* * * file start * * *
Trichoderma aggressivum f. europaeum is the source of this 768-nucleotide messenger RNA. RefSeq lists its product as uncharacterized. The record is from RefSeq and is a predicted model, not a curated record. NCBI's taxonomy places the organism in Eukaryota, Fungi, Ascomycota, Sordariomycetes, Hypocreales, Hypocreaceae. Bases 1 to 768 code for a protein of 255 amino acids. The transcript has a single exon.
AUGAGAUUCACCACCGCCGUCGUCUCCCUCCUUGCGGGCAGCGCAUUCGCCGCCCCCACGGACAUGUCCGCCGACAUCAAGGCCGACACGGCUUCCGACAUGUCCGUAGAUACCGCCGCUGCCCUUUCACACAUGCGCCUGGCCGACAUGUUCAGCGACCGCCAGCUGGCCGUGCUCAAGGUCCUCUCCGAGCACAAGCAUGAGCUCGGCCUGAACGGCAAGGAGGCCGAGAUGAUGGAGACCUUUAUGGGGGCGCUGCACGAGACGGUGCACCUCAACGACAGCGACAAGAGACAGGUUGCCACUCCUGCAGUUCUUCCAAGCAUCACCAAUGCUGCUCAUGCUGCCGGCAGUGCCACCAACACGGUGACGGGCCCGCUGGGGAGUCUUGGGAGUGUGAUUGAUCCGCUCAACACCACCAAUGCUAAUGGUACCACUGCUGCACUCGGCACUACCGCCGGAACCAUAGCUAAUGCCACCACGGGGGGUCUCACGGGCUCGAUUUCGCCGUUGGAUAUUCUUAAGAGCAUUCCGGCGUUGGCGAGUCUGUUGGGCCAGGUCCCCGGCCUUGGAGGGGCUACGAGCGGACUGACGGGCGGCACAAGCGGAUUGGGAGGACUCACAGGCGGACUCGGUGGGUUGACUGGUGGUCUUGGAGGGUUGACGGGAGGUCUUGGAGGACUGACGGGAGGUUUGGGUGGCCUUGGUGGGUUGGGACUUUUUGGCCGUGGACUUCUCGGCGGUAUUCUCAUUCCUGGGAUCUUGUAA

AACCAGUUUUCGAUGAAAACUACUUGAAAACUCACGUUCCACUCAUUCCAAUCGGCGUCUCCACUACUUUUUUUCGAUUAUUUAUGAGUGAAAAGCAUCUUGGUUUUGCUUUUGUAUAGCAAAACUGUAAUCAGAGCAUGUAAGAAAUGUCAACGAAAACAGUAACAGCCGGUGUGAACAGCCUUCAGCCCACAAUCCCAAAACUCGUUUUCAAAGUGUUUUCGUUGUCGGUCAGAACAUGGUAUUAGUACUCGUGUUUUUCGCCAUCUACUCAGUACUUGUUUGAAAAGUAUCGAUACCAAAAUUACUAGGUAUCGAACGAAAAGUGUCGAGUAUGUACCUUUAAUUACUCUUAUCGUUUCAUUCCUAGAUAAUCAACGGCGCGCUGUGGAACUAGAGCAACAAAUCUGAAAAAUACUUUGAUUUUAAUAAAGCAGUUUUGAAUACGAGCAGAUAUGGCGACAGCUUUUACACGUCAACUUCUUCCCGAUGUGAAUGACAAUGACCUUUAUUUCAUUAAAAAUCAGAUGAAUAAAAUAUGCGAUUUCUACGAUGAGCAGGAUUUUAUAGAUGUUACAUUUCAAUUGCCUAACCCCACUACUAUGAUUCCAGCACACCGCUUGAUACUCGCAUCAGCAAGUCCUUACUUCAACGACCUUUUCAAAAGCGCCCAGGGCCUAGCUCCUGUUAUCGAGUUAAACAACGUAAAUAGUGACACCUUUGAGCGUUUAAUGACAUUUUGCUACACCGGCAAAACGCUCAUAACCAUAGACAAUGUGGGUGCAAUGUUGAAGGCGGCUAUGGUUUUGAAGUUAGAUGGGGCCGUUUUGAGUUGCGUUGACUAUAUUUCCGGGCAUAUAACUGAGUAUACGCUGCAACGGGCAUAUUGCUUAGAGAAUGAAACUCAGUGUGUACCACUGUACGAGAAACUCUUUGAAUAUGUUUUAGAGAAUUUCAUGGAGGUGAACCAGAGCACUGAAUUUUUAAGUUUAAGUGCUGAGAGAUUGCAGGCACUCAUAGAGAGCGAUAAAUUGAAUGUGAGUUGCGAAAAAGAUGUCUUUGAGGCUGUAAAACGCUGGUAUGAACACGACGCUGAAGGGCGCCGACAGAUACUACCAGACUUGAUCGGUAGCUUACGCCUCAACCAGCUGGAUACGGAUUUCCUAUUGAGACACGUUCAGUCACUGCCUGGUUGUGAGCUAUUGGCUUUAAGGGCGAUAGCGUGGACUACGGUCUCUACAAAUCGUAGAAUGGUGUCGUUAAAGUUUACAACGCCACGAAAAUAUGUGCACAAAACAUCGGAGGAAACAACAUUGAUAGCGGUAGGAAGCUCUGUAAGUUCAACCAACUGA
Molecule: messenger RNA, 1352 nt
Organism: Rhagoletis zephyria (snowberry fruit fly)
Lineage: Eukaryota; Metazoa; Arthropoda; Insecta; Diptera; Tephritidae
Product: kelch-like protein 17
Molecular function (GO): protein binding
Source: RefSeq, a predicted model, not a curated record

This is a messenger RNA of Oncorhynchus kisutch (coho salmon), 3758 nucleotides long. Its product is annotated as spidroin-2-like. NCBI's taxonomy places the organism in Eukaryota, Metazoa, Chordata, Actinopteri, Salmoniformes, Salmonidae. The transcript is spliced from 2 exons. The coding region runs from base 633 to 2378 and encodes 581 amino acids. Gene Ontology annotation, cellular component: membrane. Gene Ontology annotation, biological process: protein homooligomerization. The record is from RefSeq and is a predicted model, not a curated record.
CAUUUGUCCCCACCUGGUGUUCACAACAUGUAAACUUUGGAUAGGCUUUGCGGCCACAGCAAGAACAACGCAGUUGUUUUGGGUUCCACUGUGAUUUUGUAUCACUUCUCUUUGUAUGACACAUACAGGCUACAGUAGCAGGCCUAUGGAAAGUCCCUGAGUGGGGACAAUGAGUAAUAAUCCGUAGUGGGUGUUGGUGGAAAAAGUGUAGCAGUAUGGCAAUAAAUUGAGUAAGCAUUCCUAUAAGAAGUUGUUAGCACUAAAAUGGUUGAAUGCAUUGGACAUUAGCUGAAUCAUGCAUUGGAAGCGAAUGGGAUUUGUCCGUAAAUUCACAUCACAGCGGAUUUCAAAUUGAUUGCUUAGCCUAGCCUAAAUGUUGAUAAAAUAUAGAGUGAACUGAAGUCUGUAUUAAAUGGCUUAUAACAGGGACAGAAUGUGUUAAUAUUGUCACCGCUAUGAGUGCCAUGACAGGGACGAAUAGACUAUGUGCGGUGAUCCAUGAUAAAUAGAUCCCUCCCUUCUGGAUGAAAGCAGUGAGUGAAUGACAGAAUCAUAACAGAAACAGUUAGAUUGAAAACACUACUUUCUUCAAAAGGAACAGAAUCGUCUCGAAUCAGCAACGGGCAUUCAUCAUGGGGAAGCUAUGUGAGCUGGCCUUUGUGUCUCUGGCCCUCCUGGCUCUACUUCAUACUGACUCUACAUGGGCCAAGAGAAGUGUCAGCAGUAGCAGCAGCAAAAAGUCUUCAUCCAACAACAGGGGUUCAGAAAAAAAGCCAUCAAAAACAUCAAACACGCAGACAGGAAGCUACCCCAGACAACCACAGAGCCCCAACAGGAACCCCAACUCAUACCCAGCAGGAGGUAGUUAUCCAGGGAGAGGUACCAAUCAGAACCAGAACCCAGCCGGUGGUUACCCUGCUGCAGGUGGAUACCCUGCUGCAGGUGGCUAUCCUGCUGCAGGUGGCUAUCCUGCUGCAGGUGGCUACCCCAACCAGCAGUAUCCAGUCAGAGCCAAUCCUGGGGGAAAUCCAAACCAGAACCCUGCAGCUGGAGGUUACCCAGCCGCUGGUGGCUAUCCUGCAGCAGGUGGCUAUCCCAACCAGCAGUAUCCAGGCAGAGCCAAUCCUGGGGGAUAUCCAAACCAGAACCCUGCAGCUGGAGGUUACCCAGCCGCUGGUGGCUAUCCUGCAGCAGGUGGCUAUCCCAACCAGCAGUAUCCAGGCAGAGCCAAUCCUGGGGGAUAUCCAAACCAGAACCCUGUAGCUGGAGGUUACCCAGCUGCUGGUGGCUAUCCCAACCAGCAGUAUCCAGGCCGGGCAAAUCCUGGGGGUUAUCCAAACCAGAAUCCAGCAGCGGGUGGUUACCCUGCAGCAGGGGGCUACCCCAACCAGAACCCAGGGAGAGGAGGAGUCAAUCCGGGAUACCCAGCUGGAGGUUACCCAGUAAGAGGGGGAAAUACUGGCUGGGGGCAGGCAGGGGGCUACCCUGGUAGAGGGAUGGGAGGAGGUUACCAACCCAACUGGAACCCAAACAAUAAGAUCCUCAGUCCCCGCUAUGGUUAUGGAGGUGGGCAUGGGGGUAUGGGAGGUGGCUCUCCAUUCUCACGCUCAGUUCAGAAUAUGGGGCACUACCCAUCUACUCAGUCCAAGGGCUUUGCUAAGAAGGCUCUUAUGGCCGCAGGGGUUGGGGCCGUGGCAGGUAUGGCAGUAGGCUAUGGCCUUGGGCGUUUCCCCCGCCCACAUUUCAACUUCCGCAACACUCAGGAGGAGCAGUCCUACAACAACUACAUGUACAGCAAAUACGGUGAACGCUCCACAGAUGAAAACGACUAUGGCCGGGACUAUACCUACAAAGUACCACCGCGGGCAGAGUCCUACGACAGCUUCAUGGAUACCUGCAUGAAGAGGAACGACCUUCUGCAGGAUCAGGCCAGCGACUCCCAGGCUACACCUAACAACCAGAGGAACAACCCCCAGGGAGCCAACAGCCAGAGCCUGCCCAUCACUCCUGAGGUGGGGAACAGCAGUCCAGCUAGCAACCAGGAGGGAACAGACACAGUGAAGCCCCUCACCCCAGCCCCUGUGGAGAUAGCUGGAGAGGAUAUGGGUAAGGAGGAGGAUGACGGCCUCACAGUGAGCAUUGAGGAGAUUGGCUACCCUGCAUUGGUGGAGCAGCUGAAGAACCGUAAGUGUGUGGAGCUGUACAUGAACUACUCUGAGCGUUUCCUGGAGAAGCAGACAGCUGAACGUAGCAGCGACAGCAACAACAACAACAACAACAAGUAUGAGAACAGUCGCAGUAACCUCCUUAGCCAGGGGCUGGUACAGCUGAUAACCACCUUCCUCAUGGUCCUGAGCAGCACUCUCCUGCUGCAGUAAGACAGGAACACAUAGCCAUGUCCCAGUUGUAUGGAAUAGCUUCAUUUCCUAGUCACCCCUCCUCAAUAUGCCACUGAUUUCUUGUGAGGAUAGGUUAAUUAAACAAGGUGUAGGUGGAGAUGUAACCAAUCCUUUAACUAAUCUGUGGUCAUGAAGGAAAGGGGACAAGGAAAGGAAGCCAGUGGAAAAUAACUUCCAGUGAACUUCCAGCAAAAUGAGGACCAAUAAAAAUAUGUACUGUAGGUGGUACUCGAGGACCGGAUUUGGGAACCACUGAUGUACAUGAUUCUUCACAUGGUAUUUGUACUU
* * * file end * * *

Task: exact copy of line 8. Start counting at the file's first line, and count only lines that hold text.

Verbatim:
Molecular function (GO): protein binding